Keep the human brain healthy Learn more

Slide As the average human life span increases, it is essential to ensure a high quality of life by maintaining brain and mind health. To match the advances in prolonging life, WID researchers seek a fundamental understanding of how the human brain and mind function through -omic profiling, tissue engineering, and predictions about health and disease using electronic health records. This understanding may lead to gene editing methods to correct neural problems, drugs to treat currently untreatable diseases, and methods to protect, repair, or regenerate neural tissue. Healthy brains mean better lives. Much of WID's research contributes to the Healthy Brain Grand Challenge.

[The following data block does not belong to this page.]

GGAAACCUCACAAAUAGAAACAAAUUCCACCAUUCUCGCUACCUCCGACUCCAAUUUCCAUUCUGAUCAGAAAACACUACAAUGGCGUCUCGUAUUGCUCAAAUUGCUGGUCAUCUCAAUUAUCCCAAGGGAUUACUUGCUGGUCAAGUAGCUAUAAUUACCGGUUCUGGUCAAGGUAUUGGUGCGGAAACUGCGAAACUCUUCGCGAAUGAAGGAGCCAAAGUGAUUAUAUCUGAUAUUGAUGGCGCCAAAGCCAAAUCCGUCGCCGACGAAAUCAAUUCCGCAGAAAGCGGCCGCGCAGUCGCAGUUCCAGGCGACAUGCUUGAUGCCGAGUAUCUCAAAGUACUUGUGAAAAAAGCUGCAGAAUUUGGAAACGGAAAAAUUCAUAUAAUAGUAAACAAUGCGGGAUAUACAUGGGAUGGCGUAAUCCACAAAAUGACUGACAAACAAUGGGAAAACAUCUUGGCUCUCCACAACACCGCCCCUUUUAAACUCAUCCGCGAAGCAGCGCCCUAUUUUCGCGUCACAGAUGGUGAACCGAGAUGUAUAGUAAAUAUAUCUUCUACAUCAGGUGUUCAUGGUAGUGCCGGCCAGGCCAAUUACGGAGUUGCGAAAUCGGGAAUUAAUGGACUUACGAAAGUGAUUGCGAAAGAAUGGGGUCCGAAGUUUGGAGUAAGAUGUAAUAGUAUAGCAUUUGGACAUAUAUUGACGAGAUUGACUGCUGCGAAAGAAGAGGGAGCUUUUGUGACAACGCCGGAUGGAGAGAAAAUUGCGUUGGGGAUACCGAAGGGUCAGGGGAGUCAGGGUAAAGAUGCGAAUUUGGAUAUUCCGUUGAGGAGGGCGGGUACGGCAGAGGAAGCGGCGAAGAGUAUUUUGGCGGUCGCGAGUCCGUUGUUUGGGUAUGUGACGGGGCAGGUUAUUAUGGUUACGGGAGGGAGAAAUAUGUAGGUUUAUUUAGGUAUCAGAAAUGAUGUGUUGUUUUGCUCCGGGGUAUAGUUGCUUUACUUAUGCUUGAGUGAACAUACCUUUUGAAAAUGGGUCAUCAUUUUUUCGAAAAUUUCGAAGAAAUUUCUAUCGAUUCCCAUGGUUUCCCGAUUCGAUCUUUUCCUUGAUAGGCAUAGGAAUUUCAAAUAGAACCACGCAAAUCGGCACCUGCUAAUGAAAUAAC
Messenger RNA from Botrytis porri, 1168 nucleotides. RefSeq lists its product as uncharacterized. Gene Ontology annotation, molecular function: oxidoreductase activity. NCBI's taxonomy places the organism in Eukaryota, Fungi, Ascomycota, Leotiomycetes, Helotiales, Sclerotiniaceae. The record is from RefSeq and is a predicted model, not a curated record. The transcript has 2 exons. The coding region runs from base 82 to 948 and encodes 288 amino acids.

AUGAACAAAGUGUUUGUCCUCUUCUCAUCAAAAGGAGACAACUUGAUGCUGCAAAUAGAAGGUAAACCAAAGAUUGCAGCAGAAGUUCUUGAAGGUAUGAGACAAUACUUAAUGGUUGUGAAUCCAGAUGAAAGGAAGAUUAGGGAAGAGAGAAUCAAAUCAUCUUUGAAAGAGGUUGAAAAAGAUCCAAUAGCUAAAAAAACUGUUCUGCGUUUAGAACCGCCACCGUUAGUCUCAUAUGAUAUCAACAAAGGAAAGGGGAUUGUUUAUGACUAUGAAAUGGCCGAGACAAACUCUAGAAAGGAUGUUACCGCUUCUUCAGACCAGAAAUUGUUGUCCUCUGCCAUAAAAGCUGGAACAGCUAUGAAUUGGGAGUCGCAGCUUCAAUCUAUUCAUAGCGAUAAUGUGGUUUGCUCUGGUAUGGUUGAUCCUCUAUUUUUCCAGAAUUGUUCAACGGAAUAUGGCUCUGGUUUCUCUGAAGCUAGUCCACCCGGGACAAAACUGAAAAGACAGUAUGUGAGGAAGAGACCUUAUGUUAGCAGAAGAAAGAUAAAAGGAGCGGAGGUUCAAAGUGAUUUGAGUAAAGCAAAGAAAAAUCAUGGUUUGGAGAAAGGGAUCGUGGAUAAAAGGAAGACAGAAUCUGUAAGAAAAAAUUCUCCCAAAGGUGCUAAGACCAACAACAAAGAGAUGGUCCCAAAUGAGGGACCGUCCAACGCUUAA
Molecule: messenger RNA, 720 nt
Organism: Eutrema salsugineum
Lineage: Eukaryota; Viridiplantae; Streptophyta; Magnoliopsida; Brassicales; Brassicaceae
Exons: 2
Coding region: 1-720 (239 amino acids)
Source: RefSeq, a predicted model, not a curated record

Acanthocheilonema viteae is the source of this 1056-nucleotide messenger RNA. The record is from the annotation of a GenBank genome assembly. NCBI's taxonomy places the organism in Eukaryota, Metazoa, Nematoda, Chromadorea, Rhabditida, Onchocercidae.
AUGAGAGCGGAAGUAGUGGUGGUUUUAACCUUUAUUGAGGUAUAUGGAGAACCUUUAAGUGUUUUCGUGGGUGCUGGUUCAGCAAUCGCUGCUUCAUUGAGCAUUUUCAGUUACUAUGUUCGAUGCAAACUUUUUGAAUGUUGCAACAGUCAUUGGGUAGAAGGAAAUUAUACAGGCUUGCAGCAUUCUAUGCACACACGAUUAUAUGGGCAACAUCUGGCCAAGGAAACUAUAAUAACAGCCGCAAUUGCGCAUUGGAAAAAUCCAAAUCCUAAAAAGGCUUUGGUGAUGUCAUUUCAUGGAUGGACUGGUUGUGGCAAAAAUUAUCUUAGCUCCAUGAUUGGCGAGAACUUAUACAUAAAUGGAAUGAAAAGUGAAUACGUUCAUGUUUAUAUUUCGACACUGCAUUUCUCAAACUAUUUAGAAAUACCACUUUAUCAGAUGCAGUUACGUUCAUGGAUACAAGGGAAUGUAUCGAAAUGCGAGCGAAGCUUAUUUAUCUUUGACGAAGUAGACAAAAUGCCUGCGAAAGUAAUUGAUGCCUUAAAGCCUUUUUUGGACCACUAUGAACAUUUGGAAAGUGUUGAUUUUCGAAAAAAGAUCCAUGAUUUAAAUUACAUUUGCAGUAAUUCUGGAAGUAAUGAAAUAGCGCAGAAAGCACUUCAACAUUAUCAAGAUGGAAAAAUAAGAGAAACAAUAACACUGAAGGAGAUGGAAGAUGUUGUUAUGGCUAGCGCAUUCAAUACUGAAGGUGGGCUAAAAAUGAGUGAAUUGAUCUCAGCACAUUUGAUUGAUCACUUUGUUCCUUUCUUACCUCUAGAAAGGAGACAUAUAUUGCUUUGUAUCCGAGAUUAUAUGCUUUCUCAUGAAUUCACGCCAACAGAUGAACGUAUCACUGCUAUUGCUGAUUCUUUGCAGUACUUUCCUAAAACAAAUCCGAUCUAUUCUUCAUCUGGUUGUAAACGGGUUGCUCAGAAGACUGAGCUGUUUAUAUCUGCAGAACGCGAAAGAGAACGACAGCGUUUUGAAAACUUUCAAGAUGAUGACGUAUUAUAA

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WID alumnus awarded first AAAS Science & Technology Policy Fellowship in the U.S. Department of the Treasury WID News WID and Saha Lab alumnus, and current postdoc at the Morgridge Institute for Research, Amritava Das anticipates that he will put his engineering and bioscience training to use exploring the sometimes knotty connections between science, national security, and finance. Continue Reading UW researchers join three national artificial intelligence institutes WID News Institute for Future Edge Networks and Distributed Intelligence (AI-EDGE) led by Robert Nowak, UW–Madison professor of electrical and computer engineering and researchers at Ohio State. Continue Reading Arabidopsis thaliana Molecular Puzzles in 3D: Understanding a Mechanism for Methylation Featured Science A new publication from the Xuehua Zhong’s group at the Wisconsin Institute for Discovery and the genetics department at the University of Wisconsin–Madison clarifies an important epigenetic mechanism in plants that will help researchers better understand the epigenomes of both plants and animals. Continue Reading This electron microscope image of the new “scaffolding” for growing and implanting retinal cells shows the ice cube tray-shaped reservoirs that hold cells and cylinder-shaped holes in the bottom layer, which provide channels for maturing photoreceptors to make contact with a patient’s retinal tissue. COURTESY OF THE MA LAB Micro-Molded ‘Ice Cube Tray’ Scaffold is Next Step in Returning Sight to Injured Retinas Featured Science WID's Sarah Gong is part of a team that developed a micro-molded scaffolding photoreceptor "patch" to be implanted under damaged or diseased retinas, the next step in restoring sight. Continue Reading Undergraduate Researcher Helps Fill in the Blanks on Virus Lifecycle Wisconsin Stories Tianyi “Herry” Jin, an undergraduate in John Yin's lab group at WID and the department of chemical and biological engineering, published discoveries about viruses in the journal Integrative Biology. Continue Reading Fixing Genetic Mistakes to Restore Vision Featured Science Shaoqin "Sarah" Gong collaborates on a new approach to target genetic mutations and develop a new therapy for restoring vision in children and adults. Continue Reading

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